Summit, New Jersey based Celgene Corporation and Receptos, Inc. of San Diego, California, a biopharmaceutical company developing therapeutic candidates for the treatment of immune and metabolic diseases, have announced their joint signing of a definitive agreement in which Celgene will acquire Receptos. Under terms of the merger agreement, Celgene will pay $232.00 per Receptos share in cash, or a total of approximately $7.2 billion, net of cash acquired.
The Receptos acquisition will significantly enhance Celgene’s portfolio of Inflammation & Immunology (I&I) disease treatments, thereby further diversifying the Company’s revenue sources beginning in 2019 and going forward. The transaction adds Receptos drug Ozanimod (formerly RPC1063), which adds to Celgene’s deep and diverse pipeline of potential disease-altering medicines and investigational compounds, and the company’s growing expertise in treatments for inflammatory bowel disease (IBD).
IBD is comprised a disease classification that includes two chronic, autoimmune, gastrointestinal (GI) inflammatory disorders; Ulcerative colitis (UC) and Crohn’s disease (CD). UC is an inflammatory disorder involving ulcers in the colon and is characterized by a chronic course of remissions and exacerbations. Patients suffer from a multitude of GI symptoms, including diarrhea, rectal bleeding and abdominal pain. Lymphocyte trafficking agents such as Tysabri and Entyvio, both injectable or infused therapies, have recently demonstrated proof-of-concept in IBD indications.
Ozanimod is a novel, potential best-in-class, oral, once-daily, selective sphingosine 1-phosphate 1 and 5 receptor modulator (S1P) in development for immunology indications including relapsing multiple sclerosis (RMS) and ulcerative colitis (UC). In a Phase 2 trial in patients with RMS, ozanimod achieved the primary endpoint of reduction in MRI brain lesion activity as well as secondary endpoints measuring effects on other MRI parameters.
Relapsing multiple sclerosis (RMS) is a chronic autoimmune disorder of the central nervous system (CNS), characterized by recurrent acute exacerbations (relapses) of neurological dysfunction followed by variable degrees of recovery with clinical stability between relapses (remission). The CNS destruction caused by autoreactive lymphocytes can lead to clinical symptoms such as numbness, difficulty walking, visual loss, lack of coordination and muscle weakness, experienced by patients. The disease invariably results in progressive and permanent accumulation of disability and impairment, affecting adults during their most productive years. RMS disproportionately affects women, with its peak onset around age 30.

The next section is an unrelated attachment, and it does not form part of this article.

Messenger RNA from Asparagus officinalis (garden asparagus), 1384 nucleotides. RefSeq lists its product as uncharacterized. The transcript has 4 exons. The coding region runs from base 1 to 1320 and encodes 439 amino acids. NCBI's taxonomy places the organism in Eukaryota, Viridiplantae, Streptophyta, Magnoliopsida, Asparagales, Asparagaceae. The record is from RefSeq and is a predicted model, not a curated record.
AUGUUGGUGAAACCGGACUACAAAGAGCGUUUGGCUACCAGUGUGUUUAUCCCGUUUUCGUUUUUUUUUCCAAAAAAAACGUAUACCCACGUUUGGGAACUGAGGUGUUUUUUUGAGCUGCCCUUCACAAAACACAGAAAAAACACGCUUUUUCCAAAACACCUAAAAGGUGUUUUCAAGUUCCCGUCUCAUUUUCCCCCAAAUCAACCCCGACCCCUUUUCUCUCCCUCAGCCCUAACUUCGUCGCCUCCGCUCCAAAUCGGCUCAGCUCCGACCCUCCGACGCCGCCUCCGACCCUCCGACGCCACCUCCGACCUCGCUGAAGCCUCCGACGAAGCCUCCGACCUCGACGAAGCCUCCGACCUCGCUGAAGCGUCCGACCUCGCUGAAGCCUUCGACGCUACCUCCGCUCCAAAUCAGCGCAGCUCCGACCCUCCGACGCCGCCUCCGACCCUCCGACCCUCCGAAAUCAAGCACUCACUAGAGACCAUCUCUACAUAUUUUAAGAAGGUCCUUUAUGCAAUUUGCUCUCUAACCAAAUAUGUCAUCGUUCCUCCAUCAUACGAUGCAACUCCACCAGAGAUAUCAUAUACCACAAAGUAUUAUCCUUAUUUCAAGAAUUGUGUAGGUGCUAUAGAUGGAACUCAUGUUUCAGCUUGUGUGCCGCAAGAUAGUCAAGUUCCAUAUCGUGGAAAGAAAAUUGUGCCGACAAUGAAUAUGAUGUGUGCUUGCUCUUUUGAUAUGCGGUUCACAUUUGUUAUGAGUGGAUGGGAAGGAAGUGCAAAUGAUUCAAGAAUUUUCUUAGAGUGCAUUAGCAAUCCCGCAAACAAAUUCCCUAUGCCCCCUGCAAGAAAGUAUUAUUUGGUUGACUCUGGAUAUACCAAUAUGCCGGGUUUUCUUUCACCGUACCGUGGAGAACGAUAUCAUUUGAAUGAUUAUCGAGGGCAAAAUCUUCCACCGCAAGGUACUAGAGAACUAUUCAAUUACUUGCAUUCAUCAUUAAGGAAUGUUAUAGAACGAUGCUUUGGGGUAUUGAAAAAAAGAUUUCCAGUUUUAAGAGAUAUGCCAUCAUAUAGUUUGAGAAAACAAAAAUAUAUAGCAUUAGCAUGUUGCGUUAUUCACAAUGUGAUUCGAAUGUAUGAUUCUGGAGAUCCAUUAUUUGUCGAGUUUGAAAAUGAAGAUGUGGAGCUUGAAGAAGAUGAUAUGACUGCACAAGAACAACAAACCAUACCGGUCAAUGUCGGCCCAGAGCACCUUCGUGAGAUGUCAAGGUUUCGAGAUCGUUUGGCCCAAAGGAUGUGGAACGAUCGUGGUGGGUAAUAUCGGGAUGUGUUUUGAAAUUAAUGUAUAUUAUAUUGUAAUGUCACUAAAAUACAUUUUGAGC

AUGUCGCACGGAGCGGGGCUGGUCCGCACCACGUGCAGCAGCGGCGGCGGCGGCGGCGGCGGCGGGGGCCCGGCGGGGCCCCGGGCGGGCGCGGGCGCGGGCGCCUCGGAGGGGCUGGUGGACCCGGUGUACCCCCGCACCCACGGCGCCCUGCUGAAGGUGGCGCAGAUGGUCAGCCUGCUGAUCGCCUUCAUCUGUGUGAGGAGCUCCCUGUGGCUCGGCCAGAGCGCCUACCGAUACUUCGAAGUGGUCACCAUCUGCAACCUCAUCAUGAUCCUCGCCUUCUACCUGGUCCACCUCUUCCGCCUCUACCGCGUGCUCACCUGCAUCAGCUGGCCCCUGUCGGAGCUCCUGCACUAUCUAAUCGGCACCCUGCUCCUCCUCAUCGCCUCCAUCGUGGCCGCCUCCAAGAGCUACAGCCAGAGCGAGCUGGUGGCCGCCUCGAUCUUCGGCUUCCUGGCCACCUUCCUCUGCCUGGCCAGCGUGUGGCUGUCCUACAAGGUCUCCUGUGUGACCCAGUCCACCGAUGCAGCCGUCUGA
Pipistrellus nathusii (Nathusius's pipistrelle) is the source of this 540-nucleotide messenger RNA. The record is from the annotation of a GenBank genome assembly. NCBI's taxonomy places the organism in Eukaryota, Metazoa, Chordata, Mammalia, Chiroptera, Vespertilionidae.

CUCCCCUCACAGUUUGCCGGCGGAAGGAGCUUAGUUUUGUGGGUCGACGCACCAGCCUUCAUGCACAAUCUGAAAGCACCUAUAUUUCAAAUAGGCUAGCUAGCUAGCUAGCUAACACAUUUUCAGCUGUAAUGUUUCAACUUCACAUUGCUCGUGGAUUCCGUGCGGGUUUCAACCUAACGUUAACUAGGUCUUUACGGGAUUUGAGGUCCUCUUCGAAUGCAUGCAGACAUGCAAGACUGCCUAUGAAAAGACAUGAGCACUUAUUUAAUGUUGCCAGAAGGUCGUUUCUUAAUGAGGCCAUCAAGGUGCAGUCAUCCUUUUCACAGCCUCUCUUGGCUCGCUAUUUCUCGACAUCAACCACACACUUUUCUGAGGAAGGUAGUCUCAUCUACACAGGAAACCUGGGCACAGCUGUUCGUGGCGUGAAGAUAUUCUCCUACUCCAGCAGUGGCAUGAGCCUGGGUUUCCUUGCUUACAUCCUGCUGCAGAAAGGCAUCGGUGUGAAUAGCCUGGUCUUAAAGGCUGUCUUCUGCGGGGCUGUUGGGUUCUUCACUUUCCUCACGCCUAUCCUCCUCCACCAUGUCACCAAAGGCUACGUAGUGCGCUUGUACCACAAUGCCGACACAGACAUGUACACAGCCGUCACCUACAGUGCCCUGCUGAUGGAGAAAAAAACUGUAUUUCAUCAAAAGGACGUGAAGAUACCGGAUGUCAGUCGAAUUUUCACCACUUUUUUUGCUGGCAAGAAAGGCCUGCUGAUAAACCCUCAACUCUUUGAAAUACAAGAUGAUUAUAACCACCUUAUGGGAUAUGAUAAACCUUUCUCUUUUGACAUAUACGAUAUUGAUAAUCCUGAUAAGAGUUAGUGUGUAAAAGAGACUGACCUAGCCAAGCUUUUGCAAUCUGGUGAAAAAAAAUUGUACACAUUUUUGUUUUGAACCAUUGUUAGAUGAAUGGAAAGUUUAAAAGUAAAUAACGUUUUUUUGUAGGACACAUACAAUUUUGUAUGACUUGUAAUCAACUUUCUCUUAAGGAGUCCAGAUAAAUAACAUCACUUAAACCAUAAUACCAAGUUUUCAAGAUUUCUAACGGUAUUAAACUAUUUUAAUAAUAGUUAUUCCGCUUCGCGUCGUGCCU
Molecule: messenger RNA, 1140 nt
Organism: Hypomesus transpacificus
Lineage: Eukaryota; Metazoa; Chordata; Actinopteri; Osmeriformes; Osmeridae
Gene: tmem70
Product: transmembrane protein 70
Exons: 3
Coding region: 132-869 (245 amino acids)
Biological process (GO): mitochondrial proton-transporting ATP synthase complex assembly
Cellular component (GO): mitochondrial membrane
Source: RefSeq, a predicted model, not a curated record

In the past, the treatments for RMS were generally injectable agents with significant side effects. There is consequently a substantial market opportunity for effective oral RMS therapies with improved safety and tolerability profiles.The availability of an oral lymphocyte trafficking agent such as Ozanimod would, if approved, offer patients a more convenient, treatment strategy for this debilitating and progressive disease.
At the 2015 Annual Meeting of the American Academy of Neurology (AAN) in Washington, D.C., Receptos presented results of an Ozanimod phase II study in RMS. The study demonstrated that Ozanimod achieved the primary endpoint of reduction in MRI brain lesion activity as well as secondary endpoints measuring effects on other MRI parameters.
The overall safety profile of Ozanimod has been found to be consistent with the results of prior trials and continues to demonstrate differentiation against other oral agents for treatment of RMS. Receptos is now conducting a Phase 3 clinical development program comprised of two trials: RADIANCE and SUNBEAM, both of which are randomized, double-blind studies designed to compare 0.5 mg and 1.0 mg of ozanimod against interferon beta-1a (Avonex) in patients with RMS.
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